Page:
The general consensus is to aim for four meals of 0.4 to 0.55 grams of protein/kg of bodyweight per day to maximize MPS and muscle growth (1). However, according to St. Pierre, we don’t know that four meals is better than the same total amount of protein split between three meals, or two.
“We suspect it to be better, as other research has indicated there is an upper limit to MPS from protein intake, and that having three to four MPS spikes throughout the day seems to be superior. But that data is not conclusive,” St. Pierre explains. “I do suspect three to four protein-rich meals per day is likely better, but how much better remains to be seen. And it may not make a significant enough difference for most compared to, say, two meals.”
Still, St. Pierre suggests dividing your total protein over three to four meals per day, with a minimum of 30 grams of protein per meal. “Distributing protein intake evenly across meals, including post-exercise, helps to support MPS throughout the day,” agrees Werner.
More research is needed
“I’m always cautious to suggest clients change behaviors from one study, especially a study with a small and homogenous sample size (36 young men),” says Greene. St. Pierre agrees that population matters. “Other research has shown that MPS spikes quickly in more highly trained individuals, but also falls off faster. This study used recreationally trained individuals, who spike MPS more slowly and it lasts longer,” he explains. Older adults also need to eat more protein at each meal to achieve the same level of MPS (4).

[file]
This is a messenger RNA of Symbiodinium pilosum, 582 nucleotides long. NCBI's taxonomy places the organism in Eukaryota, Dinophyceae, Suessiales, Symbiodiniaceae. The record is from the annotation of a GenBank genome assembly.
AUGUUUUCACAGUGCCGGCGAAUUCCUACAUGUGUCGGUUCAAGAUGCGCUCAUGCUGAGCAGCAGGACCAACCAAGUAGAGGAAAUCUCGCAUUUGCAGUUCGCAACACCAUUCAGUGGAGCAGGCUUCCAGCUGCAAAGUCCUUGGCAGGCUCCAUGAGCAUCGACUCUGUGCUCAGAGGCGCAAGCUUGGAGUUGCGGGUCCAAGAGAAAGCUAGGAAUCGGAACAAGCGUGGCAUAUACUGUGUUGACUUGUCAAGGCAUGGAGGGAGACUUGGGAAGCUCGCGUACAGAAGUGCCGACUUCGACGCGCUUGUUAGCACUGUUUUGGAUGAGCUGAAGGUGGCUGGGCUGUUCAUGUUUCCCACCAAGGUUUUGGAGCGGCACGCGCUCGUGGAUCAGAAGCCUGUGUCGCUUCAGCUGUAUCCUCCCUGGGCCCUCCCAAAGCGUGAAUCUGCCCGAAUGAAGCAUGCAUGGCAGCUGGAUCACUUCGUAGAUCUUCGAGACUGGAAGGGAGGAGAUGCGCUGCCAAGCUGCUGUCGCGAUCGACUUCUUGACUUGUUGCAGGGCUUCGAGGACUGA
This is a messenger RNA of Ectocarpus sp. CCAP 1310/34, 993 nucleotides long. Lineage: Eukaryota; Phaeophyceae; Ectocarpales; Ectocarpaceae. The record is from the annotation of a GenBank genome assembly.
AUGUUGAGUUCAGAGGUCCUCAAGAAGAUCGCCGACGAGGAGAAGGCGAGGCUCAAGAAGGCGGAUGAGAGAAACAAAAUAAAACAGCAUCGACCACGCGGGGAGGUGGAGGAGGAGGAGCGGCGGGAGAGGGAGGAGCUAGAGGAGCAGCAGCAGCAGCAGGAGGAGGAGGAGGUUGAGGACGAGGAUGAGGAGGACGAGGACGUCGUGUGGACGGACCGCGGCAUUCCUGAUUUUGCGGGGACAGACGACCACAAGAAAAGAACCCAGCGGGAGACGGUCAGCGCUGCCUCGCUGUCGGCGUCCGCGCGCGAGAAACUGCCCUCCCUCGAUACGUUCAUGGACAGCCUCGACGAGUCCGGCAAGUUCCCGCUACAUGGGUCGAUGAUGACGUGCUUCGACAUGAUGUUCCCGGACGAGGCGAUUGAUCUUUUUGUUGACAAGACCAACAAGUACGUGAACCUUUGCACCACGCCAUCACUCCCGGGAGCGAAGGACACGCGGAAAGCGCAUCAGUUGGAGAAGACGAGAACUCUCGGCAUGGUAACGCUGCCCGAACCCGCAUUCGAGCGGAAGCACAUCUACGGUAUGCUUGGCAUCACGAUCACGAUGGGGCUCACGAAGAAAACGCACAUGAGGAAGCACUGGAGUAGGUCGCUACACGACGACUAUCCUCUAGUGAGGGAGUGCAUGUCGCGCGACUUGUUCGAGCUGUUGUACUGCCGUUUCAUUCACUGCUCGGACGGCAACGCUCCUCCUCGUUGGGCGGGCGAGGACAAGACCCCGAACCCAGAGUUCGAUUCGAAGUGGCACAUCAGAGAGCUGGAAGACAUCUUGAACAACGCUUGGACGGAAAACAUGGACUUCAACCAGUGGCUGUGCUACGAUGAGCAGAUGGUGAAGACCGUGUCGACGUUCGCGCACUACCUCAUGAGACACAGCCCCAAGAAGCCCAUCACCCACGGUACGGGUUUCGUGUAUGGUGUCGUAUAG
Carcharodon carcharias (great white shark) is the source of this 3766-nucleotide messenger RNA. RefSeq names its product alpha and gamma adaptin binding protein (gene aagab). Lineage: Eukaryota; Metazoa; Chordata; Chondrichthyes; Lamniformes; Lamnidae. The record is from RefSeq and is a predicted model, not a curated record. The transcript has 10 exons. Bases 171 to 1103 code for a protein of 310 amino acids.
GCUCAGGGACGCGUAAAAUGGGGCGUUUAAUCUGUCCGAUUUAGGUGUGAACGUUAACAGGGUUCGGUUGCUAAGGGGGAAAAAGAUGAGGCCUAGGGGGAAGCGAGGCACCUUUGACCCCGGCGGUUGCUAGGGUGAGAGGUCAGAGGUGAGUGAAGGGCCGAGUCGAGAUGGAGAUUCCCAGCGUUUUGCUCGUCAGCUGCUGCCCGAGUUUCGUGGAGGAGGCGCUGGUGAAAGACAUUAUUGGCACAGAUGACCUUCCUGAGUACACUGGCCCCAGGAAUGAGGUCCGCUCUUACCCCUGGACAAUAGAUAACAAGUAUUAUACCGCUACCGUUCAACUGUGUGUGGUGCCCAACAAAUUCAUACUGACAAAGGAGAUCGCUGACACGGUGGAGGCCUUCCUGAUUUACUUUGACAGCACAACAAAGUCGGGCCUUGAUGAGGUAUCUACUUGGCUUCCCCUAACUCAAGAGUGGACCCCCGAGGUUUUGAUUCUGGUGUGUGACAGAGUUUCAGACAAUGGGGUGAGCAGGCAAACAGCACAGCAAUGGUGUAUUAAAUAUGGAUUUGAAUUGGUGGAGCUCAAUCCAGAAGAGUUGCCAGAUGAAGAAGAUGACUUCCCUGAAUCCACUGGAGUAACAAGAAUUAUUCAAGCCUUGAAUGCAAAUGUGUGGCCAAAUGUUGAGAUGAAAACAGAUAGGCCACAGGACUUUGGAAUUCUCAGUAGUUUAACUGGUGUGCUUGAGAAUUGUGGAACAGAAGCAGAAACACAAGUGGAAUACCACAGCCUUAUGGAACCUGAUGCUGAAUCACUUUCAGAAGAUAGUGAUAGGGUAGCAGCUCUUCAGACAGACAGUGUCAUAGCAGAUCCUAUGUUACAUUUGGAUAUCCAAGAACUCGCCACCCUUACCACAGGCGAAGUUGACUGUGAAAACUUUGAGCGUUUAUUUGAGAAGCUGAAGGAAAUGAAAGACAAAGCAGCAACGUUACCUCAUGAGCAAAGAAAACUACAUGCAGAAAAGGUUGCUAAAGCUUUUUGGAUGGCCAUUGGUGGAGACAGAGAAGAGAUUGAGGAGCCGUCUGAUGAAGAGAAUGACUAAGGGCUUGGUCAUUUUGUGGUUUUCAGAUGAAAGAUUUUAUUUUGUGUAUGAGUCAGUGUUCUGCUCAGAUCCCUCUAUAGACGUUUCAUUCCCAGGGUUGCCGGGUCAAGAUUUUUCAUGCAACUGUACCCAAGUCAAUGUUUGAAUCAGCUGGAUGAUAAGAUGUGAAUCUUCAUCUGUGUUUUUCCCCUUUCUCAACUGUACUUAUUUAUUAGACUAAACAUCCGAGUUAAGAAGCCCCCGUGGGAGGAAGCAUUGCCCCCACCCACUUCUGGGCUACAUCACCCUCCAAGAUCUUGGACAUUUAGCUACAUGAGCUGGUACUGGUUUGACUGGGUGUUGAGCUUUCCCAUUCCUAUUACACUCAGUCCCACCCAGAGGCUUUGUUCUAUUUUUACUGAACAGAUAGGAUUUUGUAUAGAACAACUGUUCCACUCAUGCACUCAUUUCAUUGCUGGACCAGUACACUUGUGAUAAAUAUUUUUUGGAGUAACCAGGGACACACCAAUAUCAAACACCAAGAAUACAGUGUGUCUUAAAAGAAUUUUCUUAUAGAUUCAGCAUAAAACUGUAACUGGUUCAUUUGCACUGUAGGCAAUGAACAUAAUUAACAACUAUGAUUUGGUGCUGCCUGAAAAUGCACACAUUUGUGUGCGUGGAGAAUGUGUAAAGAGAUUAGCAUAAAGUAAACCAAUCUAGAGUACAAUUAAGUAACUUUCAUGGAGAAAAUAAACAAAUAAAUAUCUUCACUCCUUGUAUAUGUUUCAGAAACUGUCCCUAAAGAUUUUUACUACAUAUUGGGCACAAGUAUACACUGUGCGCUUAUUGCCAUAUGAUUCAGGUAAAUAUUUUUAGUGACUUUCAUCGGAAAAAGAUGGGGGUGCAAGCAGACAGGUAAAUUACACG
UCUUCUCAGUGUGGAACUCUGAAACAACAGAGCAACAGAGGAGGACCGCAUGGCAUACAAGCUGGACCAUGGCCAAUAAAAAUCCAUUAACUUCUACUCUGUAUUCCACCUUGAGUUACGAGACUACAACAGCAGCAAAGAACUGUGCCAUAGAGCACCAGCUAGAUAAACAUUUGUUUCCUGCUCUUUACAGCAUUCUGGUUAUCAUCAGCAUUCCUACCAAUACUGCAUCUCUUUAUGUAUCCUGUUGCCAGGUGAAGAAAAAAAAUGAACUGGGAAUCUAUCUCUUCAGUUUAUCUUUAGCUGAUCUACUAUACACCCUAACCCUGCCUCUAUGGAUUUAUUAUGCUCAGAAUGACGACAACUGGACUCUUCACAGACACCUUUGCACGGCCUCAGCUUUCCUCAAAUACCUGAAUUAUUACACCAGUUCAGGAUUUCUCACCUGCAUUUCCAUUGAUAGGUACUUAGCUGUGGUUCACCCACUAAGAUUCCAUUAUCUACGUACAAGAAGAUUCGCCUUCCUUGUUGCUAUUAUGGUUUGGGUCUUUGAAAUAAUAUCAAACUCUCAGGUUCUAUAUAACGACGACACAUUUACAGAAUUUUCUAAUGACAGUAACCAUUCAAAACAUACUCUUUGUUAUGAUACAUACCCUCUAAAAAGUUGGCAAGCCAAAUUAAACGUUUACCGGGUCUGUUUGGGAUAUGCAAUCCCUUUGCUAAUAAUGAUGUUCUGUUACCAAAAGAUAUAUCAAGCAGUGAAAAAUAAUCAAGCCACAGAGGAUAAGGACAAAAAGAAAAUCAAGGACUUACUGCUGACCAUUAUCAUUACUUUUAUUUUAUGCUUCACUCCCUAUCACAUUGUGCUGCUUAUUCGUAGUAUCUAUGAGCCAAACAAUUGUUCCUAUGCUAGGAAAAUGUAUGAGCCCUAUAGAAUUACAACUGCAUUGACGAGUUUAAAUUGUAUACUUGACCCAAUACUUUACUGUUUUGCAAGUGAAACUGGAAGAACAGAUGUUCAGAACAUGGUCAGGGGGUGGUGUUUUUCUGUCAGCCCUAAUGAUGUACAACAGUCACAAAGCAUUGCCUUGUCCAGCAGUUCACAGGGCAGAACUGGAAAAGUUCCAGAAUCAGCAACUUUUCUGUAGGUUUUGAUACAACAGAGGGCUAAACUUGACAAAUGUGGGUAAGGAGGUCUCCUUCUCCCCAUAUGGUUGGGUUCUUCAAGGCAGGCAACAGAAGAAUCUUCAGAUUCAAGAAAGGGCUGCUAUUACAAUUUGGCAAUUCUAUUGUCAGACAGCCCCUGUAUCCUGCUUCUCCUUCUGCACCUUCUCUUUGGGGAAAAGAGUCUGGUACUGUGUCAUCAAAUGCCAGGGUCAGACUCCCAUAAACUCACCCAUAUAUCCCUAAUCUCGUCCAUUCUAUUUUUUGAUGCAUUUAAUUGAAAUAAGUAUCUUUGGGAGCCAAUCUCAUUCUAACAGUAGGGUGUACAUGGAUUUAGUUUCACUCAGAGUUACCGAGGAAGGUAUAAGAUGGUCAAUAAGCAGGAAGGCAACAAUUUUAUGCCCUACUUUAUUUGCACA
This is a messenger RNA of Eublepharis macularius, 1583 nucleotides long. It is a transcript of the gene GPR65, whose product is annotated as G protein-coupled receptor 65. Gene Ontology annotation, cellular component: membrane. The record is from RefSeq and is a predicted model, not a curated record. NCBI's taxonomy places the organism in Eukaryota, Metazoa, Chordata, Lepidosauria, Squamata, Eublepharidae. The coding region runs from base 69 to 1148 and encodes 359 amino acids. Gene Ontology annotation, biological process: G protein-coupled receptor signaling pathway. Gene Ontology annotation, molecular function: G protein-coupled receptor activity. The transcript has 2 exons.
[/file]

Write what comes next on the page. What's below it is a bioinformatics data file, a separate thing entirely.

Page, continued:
St. Pierre also points out that this study looked at short-term markers of muscle growth (muscle protein synthesis), not actual muscle gain. “Studies looking at actual muscle gain do tend to slightly favor having a more even distribution throughout the day, though not to a dramatic degree (1),” says St. Pierre.
Can Too Much Protein in One Meal Be Harmful?
“As long as you are adequately hydrated and are also eating lots of veggies and fruits with your protein, 100 grams of protein in one sitting is not a concern,” says St. Pierre. 2.2 grams of protein per kg of bodyweight (1.1 g/lb) is a good general ceiling for protein intake, he adds.
Some research has linked high-protein diets (>1.5 g/kg) with poor kidney health (5). However, Greene, Werner, and St. Pierre agree high protein diets are considered safe for most healthy individuals. According to Werner, a high protein diet can help maintain and boost muscle strength and mass—which naturally decreases with age without regular strength training and adequate protein intake.
However, if you have a pre-existing kidney condition, or an underlying health concern you might want to hold off on increasing the protein. Consult a healthcare professional or registered dietitian to tweak your protein intake for you, says Werner.